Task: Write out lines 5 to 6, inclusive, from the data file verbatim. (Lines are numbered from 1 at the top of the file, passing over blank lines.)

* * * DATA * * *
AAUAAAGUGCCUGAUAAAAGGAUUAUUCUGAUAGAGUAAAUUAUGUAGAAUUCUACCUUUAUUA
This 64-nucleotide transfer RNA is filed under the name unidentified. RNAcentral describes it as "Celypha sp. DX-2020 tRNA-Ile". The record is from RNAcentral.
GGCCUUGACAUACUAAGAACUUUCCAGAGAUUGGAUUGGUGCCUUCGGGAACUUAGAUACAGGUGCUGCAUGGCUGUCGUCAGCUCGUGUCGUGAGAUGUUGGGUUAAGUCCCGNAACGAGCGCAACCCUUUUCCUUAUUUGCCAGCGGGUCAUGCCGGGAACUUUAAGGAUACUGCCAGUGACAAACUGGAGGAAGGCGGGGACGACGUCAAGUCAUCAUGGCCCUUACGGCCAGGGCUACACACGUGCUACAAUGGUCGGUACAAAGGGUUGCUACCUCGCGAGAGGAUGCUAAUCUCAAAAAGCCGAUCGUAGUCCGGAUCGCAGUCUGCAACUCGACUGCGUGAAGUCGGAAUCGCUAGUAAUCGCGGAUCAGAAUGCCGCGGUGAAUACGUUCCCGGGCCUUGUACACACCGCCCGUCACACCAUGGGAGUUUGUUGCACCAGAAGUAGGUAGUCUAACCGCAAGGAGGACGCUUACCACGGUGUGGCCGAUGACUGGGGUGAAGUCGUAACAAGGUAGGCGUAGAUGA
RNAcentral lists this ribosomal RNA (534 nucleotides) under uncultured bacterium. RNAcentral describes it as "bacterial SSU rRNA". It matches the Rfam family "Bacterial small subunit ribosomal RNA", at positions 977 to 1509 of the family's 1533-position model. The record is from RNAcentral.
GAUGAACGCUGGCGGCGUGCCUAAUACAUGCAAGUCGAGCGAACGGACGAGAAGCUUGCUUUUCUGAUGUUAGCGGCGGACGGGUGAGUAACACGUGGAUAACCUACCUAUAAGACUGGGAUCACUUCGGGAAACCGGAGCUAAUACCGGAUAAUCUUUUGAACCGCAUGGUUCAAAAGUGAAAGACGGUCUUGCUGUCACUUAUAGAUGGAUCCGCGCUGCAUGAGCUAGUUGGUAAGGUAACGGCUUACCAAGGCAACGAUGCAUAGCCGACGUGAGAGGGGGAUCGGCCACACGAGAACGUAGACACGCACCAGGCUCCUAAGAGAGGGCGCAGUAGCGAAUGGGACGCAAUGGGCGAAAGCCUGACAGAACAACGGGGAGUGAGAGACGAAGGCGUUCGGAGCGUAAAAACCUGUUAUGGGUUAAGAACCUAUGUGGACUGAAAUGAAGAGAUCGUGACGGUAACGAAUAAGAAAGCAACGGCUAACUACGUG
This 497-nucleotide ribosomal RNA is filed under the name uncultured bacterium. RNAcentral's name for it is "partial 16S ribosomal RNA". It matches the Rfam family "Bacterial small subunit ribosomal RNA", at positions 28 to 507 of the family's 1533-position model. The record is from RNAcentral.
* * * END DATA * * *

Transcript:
GAUGAACGCUGGCGGCGUGCCUAAUACAUGCAAGUCGAGCGAACGGACGAGAAGCUUGCUUUUCUGAUGUUAGCGGCGGACGGGUGAGUAACACGUGGAUAACCUACCUAUAAGACUGGGAUCACUUCGGGAAACCGGAGCUAAUACCGGAUAAUCUUUUGAACCGCAUGGUUCAAAAGUGAAAGACGGUCUUGCUGUCACUUAUAGAUGGAUCCGCGCUGCAUGAGCUAGUUGGUAAGGUAACGGCUUACCAAGGCAACGAUGCAUAGCCGACGUGAGAGGGGGAUCGGCCACACGAGAACGUAGACACGCACCAGGCUCCUAAGAGAGGGCGCAGUAGCGAAUGGGACGCAAUGGGCGAAAGCCUGACAGAACAACGGGGAGUGAGAGACGAAGGCGUUCGGAGCGUAAAAACCUGUUAUGGGUUAAGAACCUAUGUGGACUGAAAUGAAGAGAUCGUGACGGUAACGAAUAAGAAAGCAACGGCUAACUACGUG
This 497-nucleotide ribosomal RNA is filed under the name uncultured bacterium. RNAcentral's name for it is "partial 16S ribosomal RNA". It matches the Rfam family "Bacterial small subunit ribosomal RNA", at positions 28 to 507 of the family's 1533-position model. The record is from RNAcentral.